There are four different ways of answering a “why” question in science [See], and the other answers [in the original Quora thread] all hit on the different answers. So let’s combine everyone’s work:
Mechanistic answer: the honey bee worker’s stinger is barbed, and sticks in human skin. It doesn’t stick in all animals, though; a honey bee could sting a large insect, for example, and pull out her stinger safely. But for humans and other mammals with thick skin, the stinger gets stuck. When the bee tries to escape after stinging, she will inevitably break off her rear end and possibly disembowel herself and die.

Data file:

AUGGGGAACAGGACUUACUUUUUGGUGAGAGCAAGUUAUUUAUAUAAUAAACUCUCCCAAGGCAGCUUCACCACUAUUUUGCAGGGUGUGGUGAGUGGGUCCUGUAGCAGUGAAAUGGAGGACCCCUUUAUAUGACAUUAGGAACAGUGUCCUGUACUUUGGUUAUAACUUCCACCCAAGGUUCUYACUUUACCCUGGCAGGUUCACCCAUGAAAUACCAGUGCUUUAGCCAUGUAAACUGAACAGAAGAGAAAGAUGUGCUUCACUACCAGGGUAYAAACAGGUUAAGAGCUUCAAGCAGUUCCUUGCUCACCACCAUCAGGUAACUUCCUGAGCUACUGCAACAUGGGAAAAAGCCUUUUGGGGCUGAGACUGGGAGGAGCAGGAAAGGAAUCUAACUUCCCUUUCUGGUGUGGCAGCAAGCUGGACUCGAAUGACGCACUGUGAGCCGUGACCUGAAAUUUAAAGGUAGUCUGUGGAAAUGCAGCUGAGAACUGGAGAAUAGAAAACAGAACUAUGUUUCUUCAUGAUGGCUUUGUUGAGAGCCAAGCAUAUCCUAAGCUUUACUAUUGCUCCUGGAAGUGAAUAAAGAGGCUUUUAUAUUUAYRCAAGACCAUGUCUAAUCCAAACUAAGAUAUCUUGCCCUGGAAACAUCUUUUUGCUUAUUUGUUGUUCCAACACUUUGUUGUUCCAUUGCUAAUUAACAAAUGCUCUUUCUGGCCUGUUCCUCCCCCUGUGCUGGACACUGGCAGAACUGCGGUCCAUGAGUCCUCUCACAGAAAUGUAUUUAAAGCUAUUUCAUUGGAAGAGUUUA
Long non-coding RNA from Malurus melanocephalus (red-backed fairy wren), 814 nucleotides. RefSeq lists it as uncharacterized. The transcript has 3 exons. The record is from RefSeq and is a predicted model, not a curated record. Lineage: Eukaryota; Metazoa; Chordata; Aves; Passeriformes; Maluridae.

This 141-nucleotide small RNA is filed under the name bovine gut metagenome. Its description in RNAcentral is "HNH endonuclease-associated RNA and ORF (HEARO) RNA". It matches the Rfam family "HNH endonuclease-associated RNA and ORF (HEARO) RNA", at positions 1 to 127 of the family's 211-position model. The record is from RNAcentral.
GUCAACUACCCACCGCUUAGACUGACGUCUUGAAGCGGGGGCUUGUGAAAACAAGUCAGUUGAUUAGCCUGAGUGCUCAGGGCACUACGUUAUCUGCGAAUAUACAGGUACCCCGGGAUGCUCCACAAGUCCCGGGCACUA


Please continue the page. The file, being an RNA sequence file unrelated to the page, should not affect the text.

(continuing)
Adaptive answer: the stinger is a hollow needle, but attached to it is a venom sack. When a bee stings, she injects venom through the needle. This venom is a nasty cocktail of poisons: chemicals to break down the cell membrane and cause pain, anti-inflammatories to stop blood flow that would otherwise clear out the toxins, histamines that give you the allergic reaction symptoms, and even pheromones that signal to any bees in the vicinity, “We are at war! Come, sister, and sting here too!” The sack is attached to the stinger, so when a bee dies after stinging, her venom sack is often left behind, still pumping poison into your skin. You are stung once, but get multiple doses, so it’s not a total tragedy for the bee.